Skip to main content
U.S. Forest Service
Caring for the land and serving people

United States Department of Agriculture

Watershed Rights

Water Rights on National Forests and Grasslands

Surface water and ground water on National Forest System (NFS) land are administered as part of the NFS estate. As such, administration and management of the water resource is governed by many federal laws specific to use of federal land, including protection of water resources consistent with the mandate for long-term sustained-yield for multiple uses, as well as by certain state laws.

Large dam being built; black and white photograph

Although the Forest Service administers and manages water as part of the NFS estate, water use on NFS land occurs under both state and federal law. This concurrent jurisdiction means that federal laws control land management including the protection and restoration of the water resource and the aquatic environment and access to the land but state water allocation laws play a role in the diversion and use of water.

The Forest Service has discretion in granting access to water on NFS land unless granted by statutes prior to the enactment of the Federal Land Policy and Management Act of 1976 (FLPMA), or granted pursuant to a repealed statute such as R.S. 2339 (43 U.S.C. 661, as amended) (see FSM 5520 and FSH 5509.11 Ch. 60 for other repealed statutes). Under the Organic Administration Act (OAA), the National Forest Management Act (NFMA), the Multiple-Use Sustained Yield Act (MUSYA), and the FLPMA, the Forest Service has discretion to both deny or condition access to state granted water rights or authorizations located on NFS land as necessary to protect aquatic and aquatic-dependent resources, including scenic and aesthetic values, and protect fish and wildlife habitat on NFS land. Courts uphold this discretion as an appropriate exercise of the U.S. Constitution Property Clause authority which gives the Forest Service authority to manage the federal property, despite some States’ arguments that the terms are impermissible water allocations.

In the Western United States, states generally allocate the right to use surface water and ground water under the prior appropriation doctrine, a water allocation system that severs the water from the land on which the water is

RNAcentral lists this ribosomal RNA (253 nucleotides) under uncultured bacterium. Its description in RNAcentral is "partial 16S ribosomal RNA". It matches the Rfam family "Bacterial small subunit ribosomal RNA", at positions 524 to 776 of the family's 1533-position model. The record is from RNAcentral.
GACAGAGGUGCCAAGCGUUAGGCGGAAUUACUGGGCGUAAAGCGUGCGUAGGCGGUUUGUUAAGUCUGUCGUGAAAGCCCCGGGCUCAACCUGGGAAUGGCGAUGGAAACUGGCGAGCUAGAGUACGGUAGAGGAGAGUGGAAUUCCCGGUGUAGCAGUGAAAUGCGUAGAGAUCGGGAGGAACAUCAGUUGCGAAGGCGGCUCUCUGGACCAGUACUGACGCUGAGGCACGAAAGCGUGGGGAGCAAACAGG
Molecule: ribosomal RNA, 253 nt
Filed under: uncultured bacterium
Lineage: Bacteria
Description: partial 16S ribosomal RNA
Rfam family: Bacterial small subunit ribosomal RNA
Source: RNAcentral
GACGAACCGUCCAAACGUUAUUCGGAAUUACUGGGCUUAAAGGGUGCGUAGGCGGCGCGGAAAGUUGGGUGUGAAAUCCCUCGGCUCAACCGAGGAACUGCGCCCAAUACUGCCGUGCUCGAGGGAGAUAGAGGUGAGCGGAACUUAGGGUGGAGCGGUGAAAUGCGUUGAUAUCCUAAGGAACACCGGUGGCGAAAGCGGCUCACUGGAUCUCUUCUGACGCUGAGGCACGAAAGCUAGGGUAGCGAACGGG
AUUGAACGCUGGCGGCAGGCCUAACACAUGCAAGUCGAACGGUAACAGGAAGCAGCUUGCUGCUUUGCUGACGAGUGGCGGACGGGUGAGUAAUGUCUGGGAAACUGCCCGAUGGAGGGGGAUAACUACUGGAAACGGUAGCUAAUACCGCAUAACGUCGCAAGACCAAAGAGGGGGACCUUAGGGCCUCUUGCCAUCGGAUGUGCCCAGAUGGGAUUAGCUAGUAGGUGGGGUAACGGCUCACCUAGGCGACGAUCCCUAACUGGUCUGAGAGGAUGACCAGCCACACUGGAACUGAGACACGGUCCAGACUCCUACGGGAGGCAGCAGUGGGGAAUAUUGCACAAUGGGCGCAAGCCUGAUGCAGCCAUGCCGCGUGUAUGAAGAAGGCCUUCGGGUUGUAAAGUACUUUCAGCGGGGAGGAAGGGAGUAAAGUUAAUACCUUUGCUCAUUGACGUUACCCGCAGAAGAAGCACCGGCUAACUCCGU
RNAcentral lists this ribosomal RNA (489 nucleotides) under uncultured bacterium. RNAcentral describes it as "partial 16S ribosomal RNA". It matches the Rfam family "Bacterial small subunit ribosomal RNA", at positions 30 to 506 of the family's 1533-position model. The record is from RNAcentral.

Caption: Historical photograph of huge dam construction; Bureau of Reclamation

located and allocates the right to beneficially use the water based on temporal priority and not on land ownership. Ground water is often allocated by regulation in water short areas. It is important to be familiar with the laws of the state in which the National Forest or National Grassland is located as each state has individual variations of the prior appropriation doctrine or may allocate water under another doctrine. For example, California allocates surface and ground water under both the prior appropriation and the riparian doctrines, and Arizona allocates ground water under the riparian doctrine. In addition, appropriative state water laws identify and limit the types of uses considered “beneficial” and this list may not include all water uses needed by the Forest Service for the proper administration and management of NFS land.

In the Eastern United States, state laws generally allocate the right to use surface water based on the riparian doctrine, which provides the use right to the owners of the land adjoining a water course or water body. A riparian water right allows the landowner to a reasonable use of water on the landowner’s riparian land, as long as it does not harm a downstream riparian owner’s reasonable use of water. State laws that govern ground water use vary according to the state. Generally, one of the following “rules” are followed, depending on the State: the Absolute Dominion Rule, the Reasonable Use Rule, the Correlative Rights doctrine, and the Restatement of Torts rule. For surface water, in addition to the riparian doctrine, many states have established regulatory schemes which may allocate the right to divert water through a permitting system. Again, it is important to be familiar with the laws of the state in which the National Forest or National Grassland is located.

The mixture of both federal and state laws governing water usage on NFS land requires that Forest Service employees be aware of the full range of federal laws governing the use of water on NFS land as well as the particulars of state laws governing the use of water on those lands. Protecting and restoring NFS land and water resources may require the Forest Service to actively participate in state water administrative proceedings as well as apply state and federal law. It may also require active participation with States as they further develop their water laws, water policies, allocation methods and drought plans. The Forest Service may have to obtain water rights to use water pursuant to state law and participate in state administrative or judicial proceedings to either assert federal or state based water rights, or to protest the water right claims of third parties when those claims may adversely impact the federal estate. If state water laws do not protect the federal needs for water, the Forest Service should take steps to protect the water resource through federal land management planning and through the permitting of third party uses of water on or near NFS land.


  • Water Rights Clause for Ski Area Permits
  • Ski area water right federal register notice
  • Detailed Information